EVERY DAY SINCE 1997



Booker T. Washington "Bukka" White
Po' Boy (MP3) - Sick 'em dogs (MP3)

Born on a farm near Houston, Mississippi, November 12, 1909, and named for the famed black educator, Bukka White was interested in music from an early age. His father taught him guitar at the age of nine, and a chance meeting with Charley Patton convinced the young White to "come to be a great man like Charley Patton." The son of a railroad worker, White was exposed to the sound of trains from an early age and was not afraid to hobo a train. He rode the rails from the Mississippi Delta to St. Louis, where he played poolrooms, barrelhouses, and parties for food and tips during the 1910s and 1920s.

During a 1930 stay in Memphis, White recorded fourteen songs, including three gospel numbers with Memphis Minnie supplying background vocals. Two 78s were released from the session, one containing two gospel sides and the other containing two blues numbers. Neither met with commercial success, but during this session White received the designation "Bukka" from a white record producer who had never heard of his famous namesake Booker T. Washington. He continued to travel during the 1930s, working as a professional boxer in Chicago and as a Negro League pitcher with the Birmingham Black Cats. 

During the summer of 1937, White shot an assailant in the thigh and was sentenced to Parchman Farm. Before beginning his sentence, he recorded two blues for the Vocalion label, including "Shake 'Em On Down," which sold in excess of 16,000 copies. Bluesman Big Bill Broonzy recorded "New Shake 'Em On Down," and scored another hit on that theme while White toiled at Parchman. Making the best of a bad situation, he recorded for folklorist Alan Lomax in 1939, while the latter was at the notorious prison recording for the Library of Congress.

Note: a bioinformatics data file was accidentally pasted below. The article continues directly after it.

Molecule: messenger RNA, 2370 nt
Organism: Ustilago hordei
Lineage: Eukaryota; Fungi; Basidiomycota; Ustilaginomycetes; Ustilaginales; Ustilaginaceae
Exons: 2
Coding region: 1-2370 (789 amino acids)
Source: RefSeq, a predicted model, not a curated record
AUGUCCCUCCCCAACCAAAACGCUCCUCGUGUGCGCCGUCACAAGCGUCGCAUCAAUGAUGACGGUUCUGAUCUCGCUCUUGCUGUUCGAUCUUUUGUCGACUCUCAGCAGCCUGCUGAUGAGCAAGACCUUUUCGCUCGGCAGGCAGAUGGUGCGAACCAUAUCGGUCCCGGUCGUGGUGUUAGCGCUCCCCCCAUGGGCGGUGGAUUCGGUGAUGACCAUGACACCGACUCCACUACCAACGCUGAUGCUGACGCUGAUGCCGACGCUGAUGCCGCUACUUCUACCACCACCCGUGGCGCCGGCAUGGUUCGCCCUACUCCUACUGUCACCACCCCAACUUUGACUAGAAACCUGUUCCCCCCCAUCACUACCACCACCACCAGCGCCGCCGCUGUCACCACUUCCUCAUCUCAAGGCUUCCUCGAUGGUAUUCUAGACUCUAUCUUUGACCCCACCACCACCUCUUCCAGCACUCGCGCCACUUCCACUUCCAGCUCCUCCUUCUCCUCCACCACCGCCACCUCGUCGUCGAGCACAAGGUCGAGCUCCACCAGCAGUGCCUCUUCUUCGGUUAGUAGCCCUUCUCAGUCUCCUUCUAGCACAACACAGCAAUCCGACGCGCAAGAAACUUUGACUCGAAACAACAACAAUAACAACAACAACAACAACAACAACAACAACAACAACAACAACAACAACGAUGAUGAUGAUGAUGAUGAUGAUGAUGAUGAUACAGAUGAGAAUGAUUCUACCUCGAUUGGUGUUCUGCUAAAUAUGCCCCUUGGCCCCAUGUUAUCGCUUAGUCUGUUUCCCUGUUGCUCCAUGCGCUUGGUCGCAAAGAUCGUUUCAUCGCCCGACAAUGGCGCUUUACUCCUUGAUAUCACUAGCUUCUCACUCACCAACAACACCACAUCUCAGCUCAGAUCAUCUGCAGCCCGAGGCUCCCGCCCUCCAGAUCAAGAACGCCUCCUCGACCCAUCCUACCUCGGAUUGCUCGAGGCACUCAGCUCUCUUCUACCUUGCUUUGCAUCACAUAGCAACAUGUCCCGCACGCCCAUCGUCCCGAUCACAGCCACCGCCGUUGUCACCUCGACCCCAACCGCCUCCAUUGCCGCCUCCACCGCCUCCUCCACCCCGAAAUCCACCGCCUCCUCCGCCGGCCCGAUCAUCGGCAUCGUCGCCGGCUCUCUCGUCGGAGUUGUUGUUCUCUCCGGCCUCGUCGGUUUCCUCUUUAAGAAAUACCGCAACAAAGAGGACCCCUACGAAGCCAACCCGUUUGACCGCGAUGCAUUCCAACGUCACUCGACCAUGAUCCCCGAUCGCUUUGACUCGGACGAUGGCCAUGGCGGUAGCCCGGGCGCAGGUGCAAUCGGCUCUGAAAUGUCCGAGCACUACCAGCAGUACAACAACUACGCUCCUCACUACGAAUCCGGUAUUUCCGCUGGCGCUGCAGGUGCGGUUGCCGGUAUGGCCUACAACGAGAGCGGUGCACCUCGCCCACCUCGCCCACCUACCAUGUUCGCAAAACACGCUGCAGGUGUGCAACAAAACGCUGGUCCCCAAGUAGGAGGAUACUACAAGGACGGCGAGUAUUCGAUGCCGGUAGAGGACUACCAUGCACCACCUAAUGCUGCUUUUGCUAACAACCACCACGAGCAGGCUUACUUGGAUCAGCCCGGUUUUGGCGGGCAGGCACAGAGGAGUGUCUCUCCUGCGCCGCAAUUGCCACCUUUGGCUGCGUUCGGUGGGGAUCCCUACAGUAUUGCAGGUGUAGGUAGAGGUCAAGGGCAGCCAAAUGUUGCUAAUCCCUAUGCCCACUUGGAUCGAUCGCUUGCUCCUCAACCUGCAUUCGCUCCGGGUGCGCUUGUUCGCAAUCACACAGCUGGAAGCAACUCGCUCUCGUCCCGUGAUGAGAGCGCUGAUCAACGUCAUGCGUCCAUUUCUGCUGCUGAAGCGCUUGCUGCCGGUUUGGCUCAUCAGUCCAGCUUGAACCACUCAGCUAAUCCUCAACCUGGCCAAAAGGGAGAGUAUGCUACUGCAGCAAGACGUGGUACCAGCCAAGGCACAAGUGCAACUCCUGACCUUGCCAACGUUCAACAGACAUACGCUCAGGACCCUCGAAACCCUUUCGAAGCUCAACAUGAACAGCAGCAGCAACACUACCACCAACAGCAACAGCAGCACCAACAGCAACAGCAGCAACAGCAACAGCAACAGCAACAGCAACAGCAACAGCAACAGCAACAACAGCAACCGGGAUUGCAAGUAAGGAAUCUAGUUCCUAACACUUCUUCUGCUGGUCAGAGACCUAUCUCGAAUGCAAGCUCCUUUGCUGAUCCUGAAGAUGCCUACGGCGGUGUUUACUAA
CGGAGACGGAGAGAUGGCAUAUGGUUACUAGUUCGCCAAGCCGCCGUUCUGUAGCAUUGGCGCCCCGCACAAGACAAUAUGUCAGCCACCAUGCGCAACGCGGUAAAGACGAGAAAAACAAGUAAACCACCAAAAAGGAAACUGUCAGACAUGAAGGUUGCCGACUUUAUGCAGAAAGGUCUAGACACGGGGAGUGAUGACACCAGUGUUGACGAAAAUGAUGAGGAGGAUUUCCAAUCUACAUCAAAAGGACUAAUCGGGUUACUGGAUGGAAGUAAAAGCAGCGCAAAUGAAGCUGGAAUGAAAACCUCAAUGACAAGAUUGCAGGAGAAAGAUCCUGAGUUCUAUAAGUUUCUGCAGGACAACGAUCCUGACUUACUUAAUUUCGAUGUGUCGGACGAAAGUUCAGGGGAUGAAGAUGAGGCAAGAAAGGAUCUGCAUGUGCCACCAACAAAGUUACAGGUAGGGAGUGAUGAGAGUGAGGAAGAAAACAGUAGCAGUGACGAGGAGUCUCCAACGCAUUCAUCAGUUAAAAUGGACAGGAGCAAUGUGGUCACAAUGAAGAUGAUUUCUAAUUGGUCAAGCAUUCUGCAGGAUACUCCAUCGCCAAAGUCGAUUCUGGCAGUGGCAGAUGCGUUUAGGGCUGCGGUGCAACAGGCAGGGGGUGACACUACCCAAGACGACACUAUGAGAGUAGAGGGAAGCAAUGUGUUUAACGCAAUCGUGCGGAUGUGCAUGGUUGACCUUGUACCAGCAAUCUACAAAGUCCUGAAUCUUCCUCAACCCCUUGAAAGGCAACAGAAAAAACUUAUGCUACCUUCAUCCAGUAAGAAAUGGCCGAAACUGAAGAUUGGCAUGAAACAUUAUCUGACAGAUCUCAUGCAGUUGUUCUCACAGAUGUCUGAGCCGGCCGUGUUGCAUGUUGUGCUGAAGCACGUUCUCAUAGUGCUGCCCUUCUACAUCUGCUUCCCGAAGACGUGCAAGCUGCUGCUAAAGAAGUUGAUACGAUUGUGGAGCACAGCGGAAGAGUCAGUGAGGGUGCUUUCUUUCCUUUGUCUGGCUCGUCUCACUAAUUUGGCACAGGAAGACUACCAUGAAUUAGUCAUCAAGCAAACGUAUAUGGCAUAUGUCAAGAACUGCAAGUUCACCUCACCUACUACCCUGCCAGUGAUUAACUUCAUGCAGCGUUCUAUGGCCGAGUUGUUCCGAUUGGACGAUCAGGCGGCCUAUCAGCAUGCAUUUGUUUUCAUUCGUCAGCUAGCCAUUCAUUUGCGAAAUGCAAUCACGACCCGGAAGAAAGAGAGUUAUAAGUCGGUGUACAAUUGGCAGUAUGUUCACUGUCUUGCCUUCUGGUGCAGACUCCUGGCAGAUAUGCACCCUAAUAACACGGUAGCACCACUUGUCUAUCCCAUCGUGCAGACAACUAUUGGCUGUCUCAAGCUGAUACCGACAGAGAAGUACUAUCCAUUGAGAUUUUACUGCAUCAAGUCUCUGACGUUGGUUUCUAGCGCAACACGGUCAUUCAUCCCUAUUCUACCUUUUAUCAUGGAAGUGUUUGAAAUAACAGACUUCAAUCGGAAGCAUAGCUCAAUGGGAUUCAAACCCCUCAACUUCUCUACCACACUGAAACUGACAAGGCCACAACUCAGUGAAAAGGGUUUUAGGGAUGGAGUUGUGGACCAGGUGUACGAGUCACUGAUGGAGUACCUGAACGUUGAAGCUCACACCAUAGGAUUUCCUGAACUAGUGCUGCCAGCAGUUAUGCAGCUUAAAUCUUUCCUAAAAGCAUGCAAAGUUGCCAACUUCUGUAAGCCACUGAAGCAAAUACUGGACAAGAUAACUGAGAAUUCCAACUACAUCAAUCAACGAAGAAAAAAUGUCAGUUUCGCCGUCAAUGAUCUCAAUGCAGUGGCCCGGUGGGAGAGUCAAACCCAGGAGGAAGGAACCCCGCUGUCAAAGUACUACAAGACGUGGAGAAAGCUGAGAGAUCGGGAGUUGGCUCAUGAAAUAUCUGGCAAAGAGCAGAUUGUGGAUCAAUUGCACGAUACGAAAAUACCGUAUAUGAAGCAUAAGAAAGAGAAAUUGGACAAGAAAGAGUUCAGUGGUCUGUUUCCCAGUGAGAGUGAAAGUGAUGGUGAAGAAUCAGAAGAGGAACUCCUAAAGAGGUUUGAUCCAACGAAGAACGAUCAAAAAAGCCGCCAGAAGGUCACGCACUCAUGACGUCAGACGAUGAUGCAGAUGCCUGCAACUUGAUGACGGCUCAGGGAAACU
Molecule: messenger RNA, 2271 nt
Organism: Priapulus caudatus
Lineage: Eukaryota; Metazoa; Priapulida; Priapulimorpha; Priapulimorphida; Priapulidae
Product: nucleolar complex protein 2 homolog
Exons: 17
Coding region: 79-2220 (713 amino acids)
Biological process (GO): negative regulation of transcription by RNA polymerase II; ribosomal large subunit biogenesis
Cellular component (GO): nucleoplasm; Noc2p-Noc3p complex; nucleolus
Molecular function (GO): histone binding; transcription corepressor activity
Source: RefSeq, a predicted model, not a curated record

Upon his release from prison in 1940, White traveled to Chicago for a follow-up session to "Shake 'Em On Down." The resulting twelve songs transcend blues as music, becoming powerful ruminations on imprisonment, isolation, loneliness, Jim Crow justice, and the freedom of the rails. White's post-Parchman success was short-lived, however, as a stint in the U.S. Navy during World War II curtailed his playing. 

During the 1940s, he occasionally played juke joints with Memphis legend Frank Stokes after the latter had moved to Clarksdale, Mississippi. White later settled in Memphis, playing occasional gigs and influencing his young guitar-playing cousin B.B. King. Like Skip James, Mississippi John Hurt, and Son House, White was rediscovered during the 1960s "blues revival," and was once again celebrated for his slide guitar, throaty holler, and inspired compositions.

Bukka White died in Memphis, Tennessee, February 26, 1977. He is buried in Memphis.

By Sean Styles


 
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But for a few twists of fate, Atlanta could easily have grown to be the recording center that Nashville is today.Pickin' on Peachtree traces Atlanta's emergence in the 1920s as a major force in country recording and radio broadcasting, a position of dominance it enjoyed for some forty years. From the Old Time Fiddlers' Conventions and barn dances through the rise of station WSB and other key radio outlets, Wayne W. Daniel thoroughly documents the consolidation of country music as big business in Atlanta. He also profiles a vast array of performers, radio personalities, and recording moguls who transformed the Peachtree city into the nerve center of early country music. More...




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